Happy national curry week, everyone! It’s back around again and, oncemore, I really wanted to put together a topical recipe for the occasion.
But I also wanted it to be a bit different to my other curry recipes and, after a little deliberation, I figured that it’d be fun to try out something from one of my favourite producers – Daddy Cool’s.
Now, this little dish of his isn’t the main event. It’s not strictly a curry but it’s a pleasant side, made using his gorgeous Okra and Garlic Pickle, to carry its delicious flavour through these light potato and cauliflower bites:
A particularly delightful addition to your curry platter, if not a delightful recipe to follow.
Hopefully I can fix its issues for you.
For his original, Steve Cooley listed:
1 cauliflower cut into medium florets
1 medium potato, peeled and chopped
10ml cold water
vegetable oil for frying
And, aside from a few missing details, like how much bread and how big the potato pieces, it’s not immediately obvious what’s wrong with it. But, when it comes to the cooking, my first gripe comes up almost immediately.
That original recipe doesn’t just list ingredients. It lists times, as well.
According to Daddy Cool, this whole recipe takes fifteen minutes of preparation and twenty of cooking, with that cook time split between softening the veg and frying the finished bites. Which simply isn’t true.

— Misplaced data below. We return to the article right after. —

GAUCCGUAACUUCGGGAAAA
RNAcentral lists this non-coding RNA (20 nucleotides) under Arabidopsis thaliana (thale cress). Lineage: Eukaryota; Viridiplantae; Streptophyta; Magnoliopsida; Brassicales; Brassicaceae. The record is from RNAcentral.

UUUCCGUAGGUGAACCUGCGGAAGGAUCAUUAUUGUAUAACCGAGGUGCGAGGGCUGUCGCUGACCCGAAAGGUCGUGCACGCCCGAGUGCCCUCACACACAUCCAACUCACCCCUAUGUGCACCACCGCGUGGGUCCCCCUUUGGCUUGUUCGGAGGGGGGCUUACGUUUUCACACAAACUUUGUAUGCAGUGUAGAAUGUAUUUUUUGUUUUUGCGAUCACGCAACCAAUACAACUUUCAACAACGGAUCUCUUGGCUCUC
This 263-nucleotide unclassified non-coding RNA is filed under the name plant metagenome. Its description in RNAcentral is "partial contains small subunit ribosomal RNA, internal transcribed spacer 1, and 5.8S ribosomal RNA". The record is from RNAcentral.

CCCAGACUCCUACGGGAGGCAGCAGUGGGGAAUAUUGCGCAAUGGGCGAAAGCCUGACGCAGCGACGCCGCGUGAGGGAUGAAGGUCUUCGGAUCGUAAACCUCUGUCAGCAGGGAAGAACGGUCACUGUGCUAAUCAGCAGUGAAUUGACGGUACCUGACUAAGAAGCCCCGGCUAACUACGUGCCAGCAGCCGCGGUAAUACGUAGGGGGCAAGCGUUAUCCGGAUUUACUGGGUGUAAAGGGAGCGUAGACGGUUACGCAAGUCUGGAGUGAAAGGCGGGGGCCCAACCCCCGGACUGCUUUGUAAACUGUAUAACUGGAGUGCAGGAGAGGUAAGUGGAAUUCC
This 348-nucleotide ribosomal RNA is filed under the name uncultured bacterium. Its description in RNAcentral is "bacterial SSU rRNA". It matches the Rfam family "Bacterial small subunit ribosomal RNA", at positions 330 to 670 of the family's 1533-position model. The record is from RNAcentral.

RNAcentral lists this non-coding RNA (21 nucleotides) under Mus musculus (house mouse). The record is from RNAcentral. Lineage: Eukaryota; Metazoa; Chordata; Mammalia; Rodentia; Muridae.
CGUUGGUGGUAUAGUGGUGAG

Step one of his write up states that I should cover the prepared potatoes and cauliflower in water, before bringing my pan to the boil. And, well, that alone takes more ten minutes, before I even begin the real cooking.
Then he says that I should boil the veg for another ten but I think that it, too, could have used a little more than his estimate. Since, after I’ve drained the contents of my pan and mixed them with his pickle, they still mash up rather chunky:
And I’m guessing that the ratios were wrong, too, because the sausage shapes which he wanted me to make are still soaking wet, despite that draining, and can barely hold together. Just look:
I know what you’re going to say, though. My cauliflower was gigantic. There’s no way that the recipe expected me to use all of it, right?
Well good, because I didn’t.
I used half but I should have used a quarter. Then the potato might actually have soaked up all of its juices and made my creation work.
But, at that point, it would have been way less than even the size of a normal cauliflower. Hardly an accurate approximation of the recipe which I was trying to follow.
And things only get worse from there. Daddy Cool then asks me to mix ten millilitres of water – Approximately two tablespoons worth – into a whopping fifty grams of cornflour. Why?
What does he hope to accomplish by making the stuff just wet enough that it would rather stick to itself than to my sausage-shaped mash?
I rewatch his embedded video, to see if I missed any answers within, and what it uses is a thin slurry of water and plain flour. Not only different ratios but completely different ingredients, as well. The two don’t match, at all.